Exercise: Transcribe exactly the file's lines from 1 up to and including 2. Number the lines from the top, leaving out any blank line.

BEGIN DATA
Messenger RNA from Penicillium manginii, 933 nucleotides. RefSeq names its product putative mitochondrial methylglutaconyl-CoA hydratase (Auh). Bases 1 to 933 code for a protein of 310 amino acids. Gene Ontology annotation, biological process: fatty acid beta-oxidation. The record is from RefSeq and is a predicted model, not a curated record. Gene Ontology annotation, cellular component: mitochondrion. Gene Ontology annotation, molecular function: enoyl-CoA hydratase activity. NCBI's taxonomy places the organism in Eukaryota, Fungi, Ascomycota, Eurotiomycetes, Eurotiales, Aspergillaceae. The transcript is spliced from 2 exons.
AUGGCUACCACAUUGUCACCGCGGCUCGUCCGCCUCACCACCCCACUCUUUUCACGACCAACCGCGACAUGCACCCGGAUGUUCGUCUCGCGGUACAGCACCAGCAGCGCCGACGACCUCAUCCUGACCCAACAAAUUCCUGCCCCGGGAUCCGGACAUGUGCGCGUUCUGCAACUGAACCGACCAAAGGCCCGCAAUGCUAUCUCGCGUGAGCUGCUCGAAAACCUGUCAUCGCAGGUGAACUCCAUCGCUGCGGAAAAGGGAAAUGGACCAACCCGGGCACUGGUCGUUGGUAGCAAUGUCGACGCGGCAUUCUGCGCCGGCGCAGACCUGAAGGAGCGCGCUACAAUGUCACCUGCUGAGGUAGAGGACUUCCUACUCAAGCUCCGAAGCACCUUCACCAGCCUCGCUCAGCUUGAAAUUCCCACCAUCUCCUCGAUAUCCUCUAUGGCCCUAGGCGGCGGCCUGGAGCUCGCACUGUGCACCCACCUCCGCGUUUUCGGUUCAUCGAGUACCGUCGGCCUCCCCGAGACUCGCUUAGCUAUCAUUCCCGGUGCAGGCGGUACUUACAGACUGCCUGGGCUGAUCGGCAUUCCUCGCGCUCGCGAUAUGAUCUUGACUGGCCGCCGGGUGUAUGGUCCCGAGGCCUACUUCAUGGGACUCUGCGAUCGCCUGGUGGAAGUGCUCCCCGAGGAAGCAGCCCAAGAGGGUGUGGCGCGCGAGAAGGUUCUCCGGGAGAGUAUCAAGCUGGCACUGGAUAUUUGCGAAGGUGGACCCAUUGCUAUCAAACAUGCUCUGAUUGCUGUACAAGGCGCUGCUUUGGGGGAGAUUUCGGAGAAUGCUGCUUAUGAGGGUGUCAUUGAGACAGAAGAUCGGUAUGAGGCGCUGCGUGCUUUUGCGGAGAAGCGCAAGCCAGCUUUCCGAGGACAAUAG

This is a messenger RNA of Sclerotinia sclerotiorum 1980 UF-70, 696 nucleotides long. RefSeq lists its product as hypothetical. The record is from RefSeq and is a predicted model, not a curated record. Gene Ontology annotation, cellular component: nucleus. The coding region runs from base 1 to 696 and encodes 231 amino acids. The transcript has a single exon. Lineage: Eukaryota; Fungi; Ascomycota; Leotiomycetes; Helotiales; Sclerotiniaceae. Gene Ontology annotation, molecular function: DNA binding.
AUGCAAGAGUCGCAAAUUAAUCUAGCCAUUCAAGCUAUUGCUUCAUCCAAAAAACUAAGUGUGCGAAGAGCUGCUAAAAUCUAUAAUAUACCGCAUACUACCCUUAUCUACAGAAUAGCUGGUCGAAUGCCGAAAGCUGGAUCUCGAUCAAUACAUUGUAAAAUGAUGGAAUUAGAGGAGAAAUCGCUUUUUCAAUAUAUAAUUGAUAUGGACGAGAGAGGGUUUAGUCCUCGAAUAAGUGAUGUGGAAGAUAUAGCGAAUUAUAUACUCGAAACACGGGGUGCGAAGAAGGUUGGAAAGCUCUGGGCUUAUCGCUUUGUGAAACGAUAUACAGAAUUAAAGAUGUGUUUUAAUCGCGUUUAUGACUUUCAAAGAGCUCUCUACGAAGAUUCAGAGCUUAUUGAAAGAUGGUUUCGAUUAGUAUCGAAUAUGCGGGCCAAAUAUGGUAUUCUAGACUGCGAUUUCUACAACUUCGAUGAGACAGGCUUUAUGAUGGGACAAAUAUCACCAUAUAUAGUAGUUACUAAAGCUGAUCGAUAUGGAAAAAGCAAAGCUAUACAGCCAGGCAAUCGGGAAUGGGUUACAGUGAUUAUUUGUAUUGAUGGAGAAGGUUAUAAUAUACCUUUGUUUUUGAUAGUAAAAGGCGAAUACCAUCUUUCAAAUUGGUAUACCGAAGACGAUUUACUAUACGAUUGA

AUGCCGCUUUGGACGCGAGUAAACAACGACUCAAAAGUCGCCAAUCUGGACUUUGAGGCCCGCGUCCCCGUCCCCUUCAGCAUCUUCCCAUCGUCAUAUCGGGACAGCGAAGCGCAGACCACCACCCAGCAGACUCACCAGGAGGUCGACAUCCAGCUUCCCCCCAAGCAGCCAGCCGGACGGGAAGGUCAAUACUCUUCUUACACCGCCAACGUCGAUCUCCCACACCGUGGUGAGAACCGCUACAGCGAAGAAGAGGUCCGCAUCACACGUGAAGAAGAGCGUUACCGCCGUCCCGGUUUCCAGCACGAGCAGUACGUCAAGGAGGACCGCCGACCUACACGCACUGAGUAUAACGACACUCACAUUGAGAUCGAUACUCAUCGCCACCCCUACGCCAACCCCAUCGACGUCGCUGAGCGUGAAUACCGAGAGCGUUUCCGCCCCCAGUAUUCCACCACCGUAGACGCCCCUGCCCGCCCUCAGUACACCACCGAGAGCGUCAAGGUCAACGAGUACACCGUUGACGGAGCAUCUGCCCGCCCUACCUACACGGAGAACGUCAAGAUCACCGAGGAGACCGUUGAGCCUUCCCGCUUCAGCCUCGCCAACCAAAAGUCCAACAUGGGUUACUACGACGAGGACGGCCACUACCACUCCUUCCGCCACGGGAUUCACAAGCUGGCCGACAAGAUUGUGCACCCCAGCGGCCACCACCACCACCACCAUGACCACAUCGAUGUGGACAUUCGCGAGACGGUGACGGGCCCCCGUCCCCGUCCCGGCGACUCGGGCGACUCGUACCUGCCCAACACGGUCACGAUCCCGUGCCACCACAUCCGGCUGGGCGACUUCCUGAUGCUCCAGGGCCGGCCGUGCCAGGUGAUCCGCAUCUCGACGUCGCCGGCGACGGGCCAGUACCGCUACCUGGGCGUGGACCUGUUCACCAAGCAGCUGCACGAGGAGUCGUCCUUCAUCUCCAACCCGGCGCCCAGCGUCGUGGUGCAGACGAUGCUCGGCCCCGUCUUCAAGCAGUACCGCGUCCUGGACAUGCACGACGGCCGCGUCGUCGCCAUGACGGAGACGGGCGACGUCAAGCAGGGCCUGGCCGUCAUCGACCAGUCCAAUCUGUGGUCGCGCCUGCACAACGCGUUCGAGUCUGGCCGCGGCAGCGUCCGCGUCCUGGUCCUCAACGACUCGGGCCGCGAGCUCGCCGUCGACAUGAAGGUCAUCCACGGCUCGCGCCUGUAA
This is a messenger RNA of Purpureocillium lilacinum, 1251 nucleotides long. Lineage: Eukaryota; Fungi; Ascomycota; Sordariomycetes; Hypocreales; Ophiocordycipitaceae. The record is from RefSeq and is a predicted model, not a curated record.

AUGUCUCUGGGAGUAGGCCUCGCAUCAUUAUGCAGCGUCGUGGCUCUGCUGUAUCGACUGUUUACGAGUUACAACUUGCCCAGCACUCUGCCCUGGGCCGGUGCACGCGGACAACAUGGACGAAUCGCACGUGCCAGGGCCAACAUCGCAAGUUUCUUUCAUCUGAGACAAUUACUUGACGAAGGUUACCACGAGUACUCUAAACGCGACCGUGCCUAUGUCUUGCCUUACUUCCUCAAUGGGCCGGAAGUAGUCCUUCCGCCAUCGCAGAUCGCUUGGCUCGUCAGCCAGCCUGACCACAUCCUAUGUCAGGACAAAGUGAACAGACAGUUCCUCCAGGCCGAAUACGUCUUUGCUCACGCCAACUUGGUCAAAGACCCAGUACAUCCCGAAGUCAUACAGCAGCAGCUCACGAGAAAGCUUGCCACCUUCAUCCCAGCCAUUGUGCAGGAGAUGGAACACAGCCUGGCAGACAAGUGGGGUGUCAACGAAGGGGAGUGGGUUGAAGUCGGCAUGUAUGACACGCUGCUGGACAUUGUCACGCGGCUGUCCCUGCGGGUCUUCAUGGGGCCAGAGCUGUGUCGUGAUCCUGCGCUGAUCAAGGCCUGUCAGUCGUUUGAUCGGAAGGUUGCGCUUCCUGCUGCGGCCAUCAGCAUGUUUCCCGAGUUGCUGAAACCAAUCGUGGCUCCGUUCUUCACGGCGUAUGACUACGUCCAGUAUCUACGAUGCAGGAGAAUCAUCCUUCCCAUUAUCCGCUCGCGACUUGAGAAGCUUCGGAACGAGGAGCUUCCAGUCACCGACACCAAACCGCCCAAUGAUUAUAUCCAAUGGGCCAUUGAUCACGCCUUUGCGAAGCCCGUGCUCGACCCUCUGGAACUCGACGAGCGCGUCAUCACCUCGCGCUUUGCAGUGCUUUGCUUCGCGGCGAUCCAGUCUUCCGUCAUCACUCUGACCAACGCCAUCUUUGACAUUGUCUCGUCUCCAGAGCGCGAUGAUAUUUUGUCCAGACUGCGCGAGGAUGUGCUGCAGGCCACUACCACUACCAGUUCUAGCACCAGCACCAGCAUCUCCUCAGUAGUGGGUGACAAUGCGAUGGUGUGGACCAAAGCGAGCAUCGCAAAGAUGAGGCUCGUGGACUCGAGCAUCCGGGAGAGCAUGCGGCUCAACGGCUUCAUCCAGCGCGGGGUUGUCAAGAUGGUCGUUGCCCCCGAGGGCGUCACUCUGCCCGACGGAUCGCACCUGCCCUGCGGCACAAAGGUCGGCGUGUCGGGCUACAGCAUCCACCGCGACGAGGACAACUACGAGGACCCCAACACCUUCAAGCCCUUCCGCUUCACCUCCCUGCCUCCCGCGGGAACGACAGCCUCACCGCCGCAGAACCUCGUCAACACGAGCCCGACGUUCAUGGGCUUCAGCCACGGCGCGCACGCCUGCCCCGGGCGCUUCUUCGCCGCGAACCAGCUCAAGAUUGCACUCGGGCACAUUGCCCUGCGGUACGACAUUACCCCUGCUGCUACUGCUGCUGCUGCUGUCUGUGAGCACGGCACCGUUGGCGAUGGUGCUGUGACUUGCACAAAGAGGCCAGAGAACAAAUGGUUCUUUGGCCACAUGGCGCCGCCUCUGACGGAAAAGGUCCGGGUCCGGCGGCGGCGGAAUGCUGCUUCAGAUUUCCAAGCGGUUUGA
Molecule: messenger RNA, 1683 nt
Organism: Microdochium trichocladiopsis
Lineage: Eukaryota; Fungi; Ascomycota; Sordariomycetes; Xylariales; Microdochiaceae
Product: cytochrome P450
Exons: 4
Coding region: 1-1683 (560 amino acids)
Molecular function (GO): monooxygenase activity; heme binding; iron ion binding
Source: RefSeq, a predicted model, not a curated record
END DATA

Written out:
Messenger RNA from Penicillium manginii, 933 nucleotides. RefSeq names its product putative mitochondrial methylglutaconyl-CoA hydratase (Auh). Bases 1 to 933 code for a protein of 310 amino acids. Gene Ontology annotation, biological process: fatty acid beta-oxidation. The record is from RefSeq and is a predicted model, not a curated record. Gene Ontology annotation, cellular component: mitochondrion. Gene Ontology annotation, molecular function: enoyl-CoA hydratase activity. NCBI's taxonomy places the organism in Eukaryota, Fungi, Ascomycota, Eurotiomycetes, Eurotiales, Aspergillaceae. The transcript is spliced from 2 exons.
AUGGCUACCACAUUGUCACCGCGGCUCGUCCGCCUCACCACCCCACUCUUUUCACGACCAACCGCGACAUGCACCCGGAUGUUCGUCUCGCGGUACAGCACCAGCAGCGCCGACGACCUCAUCCUGACCCAACAAAUUCCUGCCCCGGGAUCCGGACAUGUGCGCGUUCUGCAACUGAACCGACCAAAGGCCCGCAAUGCUAUCUCGCGUGAGCUGCUCGAAAACCUGUCAUCGCAGGUGAACUCCAUCGCUGCGGAAAAGGGAAAUGGACCAACCCGGGCACUGGUCGUUGGUAGCAAUGUCGACGCGGCAUUCUGCGCCGGCGCAGACCUGAAGGAGCGCGCUACAAUGUCACCUGCUGAGGUAGAGGACUUCCUACUCAAGCUCCGAAGCACCUUCACCAGCCUCGCUCAGCUUGAAAUUCCCACCAUCUCCUCGAUAUCCUCUAUGGCCCUAGGCGGCGGCCUGGAGCUCGCACUGUGCACCCACCUCCGCGUUUUCGGUUCAUCGAGUACCGUCGGCCUCCCCGAGACUCGCUUAGCUAUCAUUCCCGGUGCAGGCGGUACUUACAGACUGCCUGGGCUGAUCGGCAUUCCUCGCGCUCGCGAUAUGAUCUUGACUGGCCGCCGGGUGUAUGGUCCCGAGGCCUACUUCAUGGGACUCUGCGAUCGCCUGGUGGAAGUGCUCCCCGAGGAAGCAGCCCAAGAGGGUGUGGCGCGCGAGAAGGUUCUCCGGGAGAGUAUCAAGCUGGCACUGGAUAUUUGCGAAGGUGGACCCAUUGCUAUCAAACAUGCUCUGAUUGCUGUACAAGGCGCUGCUUUGGGGGAGAUUUCGGAGAAUGCUGCUUAUGAGGGUGUCAUUGAGACAGAAGAUCGGUAUGAGGCGCUGCGUGCUUUUGCGGAGAAGCGCAAGCCAGCUUUCCGAGGACAAUAG